CBOs skill and knowledge into the emergency
    service plans and strategy, and connect them to
    local government.
  • Emergency managers need to recognize, recruit,
    encourage, and provide funding and incentives so
    that CBOs can participate in disaster

33
Collaborations Planning
  • Develop Local Advisory Boards
  • Advocacy Organizations
  • Disability Service Organizations
  • Direct-Care Providers
  • Sheltered Workshops
  • Rehabilitation Programs
  • Select a range of people in terms of both
    affiliation and disability. Involving people with
    all major types of disabilities, including
    sensory, physical, mental and cognitive
    disabilities, helps to ensure the most complete
    picture possible of the effect of disasters on
    people with disabilities.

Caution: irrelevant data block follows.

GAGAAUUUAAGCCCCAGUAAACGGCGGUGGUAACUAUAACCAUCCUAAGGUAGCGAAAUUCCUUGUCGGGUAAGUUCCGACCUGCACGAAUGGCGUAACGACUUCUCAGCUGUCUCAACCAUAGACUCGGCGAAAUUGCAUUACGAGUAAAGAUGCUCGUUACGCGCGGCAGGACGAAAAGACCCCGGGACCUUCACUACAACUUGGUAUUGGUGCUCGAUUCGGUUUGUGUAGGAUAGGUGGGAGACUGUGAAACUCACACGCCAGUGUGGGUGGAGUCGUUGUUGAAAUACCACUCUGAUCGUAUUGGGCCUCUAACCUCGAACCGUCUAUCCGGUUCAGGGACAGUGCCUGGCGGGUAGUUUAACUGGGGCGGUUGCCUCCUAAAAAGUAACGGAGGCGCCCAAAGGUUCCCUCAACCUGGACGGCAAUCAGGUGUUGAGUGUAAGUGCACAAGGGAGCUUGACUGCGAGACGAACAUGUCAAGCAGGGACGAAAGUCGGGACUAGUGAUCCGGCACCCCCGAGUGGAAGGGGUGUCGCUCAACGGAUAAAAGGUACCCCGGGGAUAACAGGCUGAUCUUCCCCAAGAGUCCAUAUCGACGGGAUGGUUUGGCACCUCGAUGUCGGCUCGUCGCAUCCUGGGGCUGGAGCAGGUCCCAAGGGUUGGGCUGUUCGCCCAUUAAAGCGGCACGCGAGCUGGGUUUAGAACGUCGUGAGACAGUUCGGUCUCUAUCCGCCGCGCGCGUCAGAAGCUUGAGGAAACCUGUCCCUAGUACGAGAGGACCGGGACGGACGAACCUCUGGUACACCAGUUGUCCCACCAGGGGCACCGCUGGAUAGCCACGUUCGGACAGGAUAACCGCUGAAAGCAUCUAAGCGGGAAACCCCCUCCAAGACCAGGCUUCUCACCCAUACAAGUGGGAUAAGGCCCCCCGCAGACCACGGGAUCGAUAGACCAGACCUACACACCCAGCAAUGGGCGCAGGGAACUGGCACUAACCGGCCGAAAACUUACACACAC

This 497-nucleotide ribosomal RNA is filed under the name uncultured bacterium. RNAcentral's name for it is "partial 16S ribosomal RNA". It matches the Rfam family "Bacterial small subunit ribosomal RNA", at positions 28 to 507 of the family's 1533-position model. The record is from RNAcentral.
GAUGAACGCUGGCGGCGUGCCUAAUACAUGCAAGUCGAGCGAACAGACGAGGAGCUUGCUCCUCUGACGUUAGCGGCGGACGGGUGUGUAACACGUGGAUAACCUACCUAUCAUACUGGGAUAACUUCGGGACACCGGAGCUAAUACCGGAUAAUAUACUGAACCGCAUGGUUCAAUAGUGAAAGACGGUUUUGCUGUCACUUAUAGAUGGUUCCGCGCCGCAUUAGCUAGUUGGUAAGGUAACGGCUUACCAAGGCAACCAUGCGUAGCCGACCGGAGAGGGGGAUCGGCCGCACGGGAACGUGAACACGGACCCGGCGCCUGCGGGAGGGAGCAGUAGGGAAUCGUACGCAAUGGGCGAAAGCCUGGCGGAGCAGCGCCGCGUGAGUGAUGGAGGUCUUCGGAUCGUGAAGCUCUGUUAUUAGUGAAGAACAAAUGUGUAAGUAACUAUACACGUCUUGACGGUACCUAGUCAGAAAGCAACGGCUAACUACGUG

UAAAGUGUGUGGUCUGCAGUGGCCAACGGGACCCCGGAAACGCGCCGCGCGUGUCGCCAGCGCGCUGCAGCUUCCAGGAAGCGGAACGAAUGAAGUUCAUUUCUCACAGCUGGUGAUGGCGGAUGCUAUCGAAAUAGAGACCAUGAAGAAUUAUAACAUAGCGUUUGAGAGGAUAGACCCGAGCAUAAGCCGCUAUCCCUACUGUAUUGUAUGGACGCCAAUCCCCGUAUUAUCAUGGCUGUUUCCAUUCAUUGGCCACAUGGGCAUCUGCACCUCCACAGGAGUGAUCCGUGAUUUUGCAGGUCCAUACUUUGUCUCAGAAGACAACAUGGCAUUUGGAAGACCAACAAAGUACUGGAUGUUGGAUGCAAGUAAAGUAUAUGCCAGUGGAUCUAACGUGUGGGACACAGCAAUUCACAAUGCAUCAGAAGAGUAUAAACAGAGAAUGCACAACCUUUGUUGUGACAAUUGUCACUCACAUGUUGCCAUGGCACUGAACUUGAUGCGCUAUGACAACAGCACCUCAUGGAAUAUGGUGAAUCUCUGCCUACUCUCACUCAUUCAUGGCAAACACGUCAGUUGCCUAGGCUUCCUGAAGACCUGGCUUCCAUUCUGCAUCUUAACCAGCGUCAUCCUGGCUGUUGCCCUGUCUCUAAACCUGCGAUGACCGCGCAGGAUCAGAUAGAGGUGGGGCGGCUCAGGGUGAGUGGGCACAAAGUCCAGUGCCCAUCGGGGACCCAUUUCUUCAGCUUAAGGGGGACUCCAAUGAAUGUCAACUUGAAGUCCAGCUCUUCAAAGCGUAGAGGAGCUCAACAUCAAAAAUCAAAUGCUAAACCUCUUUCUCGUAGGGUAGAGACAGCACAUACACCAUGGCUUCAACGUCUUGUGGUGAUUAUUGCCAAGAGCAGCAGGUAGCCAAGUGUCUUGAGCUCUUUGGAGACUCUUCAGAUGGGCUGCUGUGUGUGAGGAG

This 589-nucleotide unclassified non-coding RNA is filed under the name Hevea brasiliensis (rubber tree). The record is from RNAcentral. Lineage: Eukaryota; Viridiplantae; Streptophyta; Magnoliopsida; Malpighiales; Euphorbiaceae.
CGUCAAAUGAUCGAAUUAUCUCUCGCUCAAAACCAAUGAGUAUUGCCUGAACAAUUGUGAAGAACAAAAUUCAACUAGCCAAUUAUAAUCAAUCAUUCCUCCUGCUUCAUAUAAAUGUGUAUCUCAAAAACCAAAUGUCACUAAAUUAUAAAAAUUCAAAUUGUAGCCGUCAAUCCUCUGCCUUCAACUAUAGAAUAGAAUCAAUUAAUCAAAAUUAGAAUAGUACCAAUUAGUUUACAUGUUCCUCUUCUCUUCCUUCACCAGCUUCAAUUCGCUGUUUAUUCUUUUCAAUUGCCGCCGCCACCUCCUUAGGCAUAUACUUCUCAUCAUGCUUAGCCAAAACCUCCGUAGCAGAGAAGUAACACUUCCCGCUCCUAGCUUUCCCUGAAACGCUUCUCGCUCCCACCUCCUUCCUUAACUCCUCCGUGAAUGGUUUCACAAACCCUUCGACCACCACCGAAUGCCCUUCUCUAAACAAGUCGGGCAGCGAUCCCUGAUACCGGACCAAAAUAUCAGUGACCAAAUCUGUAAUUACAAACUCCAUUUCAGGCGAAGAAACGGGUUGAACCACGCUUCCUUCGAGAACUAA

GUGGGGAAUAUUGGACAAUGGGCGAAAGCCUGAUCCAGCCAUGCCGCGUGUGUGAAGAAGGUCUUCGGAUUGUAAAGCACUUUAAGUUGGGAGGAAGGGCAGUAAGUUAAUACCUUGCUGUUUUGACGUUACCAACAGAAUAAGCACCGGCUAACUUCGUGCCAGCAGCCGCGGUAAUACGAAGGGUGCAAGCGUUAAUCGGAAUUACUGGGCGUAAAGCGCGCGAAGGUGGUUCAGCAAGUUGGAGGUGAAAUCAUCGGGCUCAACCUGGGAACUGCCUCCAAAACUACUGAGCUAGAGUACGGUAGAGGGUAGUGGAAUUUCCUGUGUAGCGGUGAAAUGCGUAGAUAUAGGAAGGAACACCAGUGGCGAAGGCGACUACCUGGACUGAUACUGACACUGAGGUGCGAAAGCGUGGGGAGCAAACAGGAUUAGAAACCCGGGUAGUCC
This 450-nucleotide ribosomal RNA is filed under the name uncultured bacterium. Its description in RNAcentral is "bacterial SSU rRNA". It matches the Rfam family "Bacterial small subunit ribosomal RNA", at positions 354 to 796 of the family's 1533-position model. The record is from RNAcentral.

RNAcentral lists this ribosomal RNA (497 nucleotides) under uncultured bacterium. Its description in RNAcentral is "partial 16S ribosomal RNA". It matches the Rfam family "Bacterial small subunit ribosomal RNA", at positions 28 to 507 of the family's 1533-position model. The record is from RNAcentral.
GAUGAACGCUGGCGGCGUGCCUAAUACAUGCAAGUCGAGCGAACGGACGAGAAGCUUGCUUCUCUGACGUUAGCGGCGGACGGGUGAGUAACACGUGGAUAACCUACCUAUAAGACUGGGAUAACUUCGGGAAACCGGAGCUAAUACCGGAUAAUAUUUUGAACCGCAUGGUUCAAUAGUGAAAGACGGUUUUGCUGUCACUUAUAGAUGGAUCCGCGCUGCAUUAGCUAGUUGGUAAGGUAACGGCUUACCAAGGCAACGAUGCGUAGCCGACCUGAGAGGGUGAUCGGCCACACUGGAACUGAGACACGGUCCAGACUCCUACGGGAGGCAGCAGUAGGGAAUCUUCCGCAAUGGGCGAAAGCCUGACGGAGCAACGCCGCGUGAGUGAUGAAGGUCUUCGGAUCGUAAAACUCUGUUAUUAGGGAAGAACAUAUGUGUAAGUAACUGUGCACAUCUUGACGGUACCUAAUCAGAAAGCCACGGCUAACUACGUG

34
First Response Critical for People
W/Disabilities
  • First responders must be prepared to accept and
    assess the needs of people with disabilities
    during the frenetic first hours of relief
    operations, which will ultimately provide the
    path towards recovery.
  • People with disabilities must be assessed at the
    very earliest time possible by experts with the
    skills to recognize various disabilities and
    ensure proper assessment of their needs.

35
First Responders Relief Volunteers
  • Must be trained to deliver services and supports
    that are not only competent, but culturally
    sensitive. First responders must know
  • What to do and how to interact with people with
    various disabilities (e.g. what do they do if the
    person has a mental illness or can not
    communicate without technology)
  • How to make shelters and relief operations
    accessible to people with physical or cognitive